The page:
On October 2, South Africa’s state prosecutor successfully opposed bail for the “Thulsie twins” in their prolonged trial on terrorism offenses (Daily Maverick, October 2). The alleged offenses and corresponding court case highlight South Africa’s growing concern about South African-origin foreign fighters and the deteriorating security situation in northern Mozambique’s Cabo Delgado province.
Motivations of the Thulsie Twins and Renaldo Smith
Tony-Lee and Brandon-Lee Thulsie and their friend Renaldo Smith converted to Islam in 2013. The trio became radicalized, and in April 2015 the Thulsie twins and Smith attempted to fly out of Johannesburg’s O.R. Tambo International Airport on Qatar Airways to Turkey. According to South African security authorities, the intended destination for the trio was Syria, and the motive for their travel was the desire to join Islamic State (IS).
Their travel, however, was disrupted when the airline declined to allow them on the flight after receiving a tip of their true intentions from an unknown source that was most likely South African intelligence services. Despite this, several months later, the trio attempted a different route. This time they drove to Maputo, Mozambique’s capital, to board a Kenya Airways flight, but again they were declined.
Frustrated by their failure to join IS abroad, the trio apparently decided to plan attacks in South Africa. However, security authorities arrested the twins after Tony-Lee allegedly discussed their terrorist plans with IS operatives, including on how to build and obtain explosive devices for carrying out attacks. Unbeknownst to Tony-Lee, he had come in contact with an undercover U.S. Federal Bureau of Investigation (FBI) agent, who was posing as an IS operative, and unwittingly shared his attack plans with the FBI. Following a 10-month investigation, the Thulsie twins were arrested, and their homes were searched on July 9, 2016. Handwritten notes containing information on how to join IS and bombmaking instructions were found (News24.com, August 1, 2016).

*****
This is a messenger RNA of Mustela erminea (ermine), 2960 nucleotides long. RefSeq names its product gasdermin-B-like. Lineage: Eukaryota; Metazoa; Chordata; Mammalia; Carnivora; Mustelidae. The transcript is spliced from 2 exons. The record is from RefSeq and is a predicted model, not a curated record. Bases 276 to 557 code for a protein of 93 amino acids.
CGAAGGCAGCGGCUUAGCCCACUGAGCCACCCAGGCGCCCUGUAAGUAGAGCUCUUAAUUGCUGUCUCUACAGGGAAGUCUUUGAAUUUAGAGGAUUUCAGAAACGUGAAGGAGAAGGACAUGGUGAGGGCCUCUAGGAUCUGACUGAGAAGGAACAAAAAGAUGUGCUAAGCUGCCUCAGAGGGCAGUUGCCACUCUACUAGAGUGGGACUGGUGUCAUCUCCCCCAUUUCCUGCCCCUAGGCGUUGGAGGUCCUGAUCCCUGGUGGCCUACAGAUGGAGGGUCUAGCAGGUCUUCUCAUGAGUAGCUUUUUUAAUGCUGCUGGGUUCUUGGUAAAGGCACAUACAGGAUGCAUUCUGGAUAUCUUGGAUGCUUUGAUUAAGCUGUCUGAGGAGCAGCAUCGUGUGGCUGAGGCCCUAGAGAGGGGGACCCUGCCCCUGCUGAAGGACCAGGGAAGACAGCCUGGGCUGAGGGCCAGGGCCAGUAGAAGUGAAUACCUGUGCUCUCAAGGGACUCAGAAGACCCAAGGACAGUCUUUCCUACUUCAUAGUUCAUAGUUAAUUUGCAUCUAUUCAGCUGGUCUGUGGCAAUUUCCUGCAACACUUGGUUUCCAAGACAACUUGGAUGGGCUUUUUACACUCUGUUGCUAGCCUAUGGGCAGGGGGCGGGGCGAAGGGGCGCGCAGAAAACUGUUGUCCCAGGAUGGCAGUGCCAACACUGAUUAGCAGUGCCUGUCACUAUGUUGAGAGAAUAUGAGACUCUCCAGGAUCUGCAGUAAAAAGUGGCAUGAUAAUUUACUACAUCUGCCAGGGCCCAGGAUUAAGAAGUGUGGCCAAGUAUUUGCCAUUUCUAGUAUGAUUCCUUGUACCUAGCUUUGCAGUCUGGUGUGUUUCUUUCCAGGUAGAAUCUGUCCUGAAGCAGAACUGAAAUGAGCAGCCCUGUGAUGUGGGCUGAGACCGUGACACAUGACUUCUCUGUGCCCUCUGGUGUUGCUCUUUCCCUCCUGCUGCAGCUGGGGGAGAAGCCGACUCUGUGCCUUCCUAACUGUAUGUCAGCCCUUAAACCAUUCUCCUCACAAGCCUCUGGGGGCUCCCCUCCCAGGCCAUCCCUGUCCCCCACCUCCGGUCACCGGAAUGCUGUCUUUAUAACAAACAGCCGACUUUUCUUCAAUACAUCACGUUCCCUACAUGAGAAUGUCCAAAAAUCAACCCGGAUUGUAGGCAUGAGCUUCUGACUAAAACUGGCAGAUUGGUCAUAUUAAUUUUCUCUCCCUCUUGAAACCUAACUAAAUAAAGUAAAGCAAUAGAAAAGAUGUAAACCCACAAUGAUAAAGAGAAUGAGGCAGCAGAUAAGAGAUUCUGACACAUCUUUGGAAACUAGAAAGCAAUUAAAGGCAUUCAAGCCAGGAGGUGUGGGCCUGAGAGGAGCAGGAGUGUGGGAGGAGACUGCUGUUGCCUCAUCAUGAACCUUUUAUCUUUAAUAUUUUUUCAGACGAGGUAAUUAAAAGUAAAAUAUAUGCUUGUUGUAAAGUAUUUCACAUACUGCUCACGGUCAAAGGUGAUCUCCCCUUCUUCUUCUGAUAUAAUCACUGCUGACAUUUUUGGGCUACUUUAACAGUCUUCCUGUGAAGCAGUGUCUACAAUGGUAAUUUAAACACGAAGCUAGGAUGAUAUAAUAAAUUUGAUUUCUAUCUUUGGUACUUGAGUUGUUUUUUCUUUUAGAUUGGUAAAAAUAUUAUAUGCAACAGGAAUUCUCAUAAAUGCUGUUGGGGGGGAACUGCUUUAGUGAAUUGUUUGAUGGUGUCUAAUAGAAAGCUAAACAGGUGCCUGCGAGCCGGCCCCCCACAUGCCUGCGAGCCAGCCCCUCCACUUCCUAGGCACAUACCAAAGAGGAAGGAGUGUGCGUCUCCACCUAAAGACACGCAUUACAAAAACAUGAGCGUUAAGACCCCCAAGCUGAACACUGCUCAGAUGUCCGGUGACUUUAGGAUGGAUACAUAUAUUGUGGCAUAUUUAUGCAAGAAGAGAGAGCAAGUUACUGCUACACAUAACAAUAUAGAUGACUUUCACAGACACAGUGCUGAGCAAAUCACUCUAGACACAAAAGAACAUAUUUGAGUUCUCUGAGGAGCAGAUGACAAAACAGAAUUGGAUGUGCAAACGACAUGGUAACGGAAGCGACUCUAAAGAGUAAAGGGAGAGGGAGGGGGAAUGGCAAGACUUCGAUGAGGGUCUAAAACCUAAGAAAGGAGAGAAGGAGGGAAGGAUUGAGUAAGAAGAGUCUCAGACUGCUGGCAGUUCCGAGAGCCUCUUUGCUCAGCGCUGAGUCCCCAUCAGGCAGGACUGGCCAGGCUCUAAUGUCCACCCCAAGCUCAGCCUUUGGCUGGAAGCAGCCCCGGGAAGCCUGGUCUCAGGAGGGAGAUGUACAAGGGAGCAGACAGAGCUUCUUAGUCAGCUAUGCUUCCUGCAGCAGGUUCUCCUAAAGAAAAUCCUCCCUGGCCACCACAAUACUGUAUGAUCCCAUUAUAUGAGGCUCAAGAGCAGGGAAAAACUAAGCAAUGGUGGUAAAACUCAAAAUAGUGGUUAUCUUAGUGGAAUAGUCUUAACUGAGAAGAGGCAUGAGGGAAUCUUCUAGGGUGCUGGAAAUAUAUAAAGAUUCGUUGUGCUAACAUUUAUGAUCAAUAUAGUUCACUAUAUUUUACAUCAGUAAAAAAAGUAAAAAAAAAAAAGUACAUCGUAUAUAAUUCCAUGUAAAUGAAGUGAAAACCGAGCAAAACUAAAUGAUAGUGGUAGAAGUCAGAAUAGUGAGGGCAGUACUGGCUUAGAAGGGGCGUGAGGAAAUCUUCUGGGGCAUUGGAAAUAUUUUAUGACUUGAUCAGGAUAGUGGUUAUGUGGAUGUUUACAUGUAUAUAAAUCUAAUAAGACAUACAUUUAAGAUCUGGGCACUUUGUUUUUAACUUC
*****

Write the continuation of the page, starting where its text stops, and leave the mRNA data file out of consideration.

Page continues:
New Counter-Terrorism Precedents in South Africa
Tony-Lee and Brandon-Lee became the first South Africans to be arrested and charged for having Islamic State links. According to South African security authorities, the twins were plotting to attack the U.S. embassy, the UK High Commission, the South Africa Zionist Federation, King David High School in Johannesburg, and the South African military technology conglomerate, Denel. In addition, the Thulsie twins contemplated targeting Jewish South African cartoonist Jonathan “Zapiro” Shapiro, Jews who fought in Israel with the Israeli Defense Forces (IDF) and returned to South Africa, a Jewish South African investment banker, and an unidentified gay imam (The Star, June 11, 2019).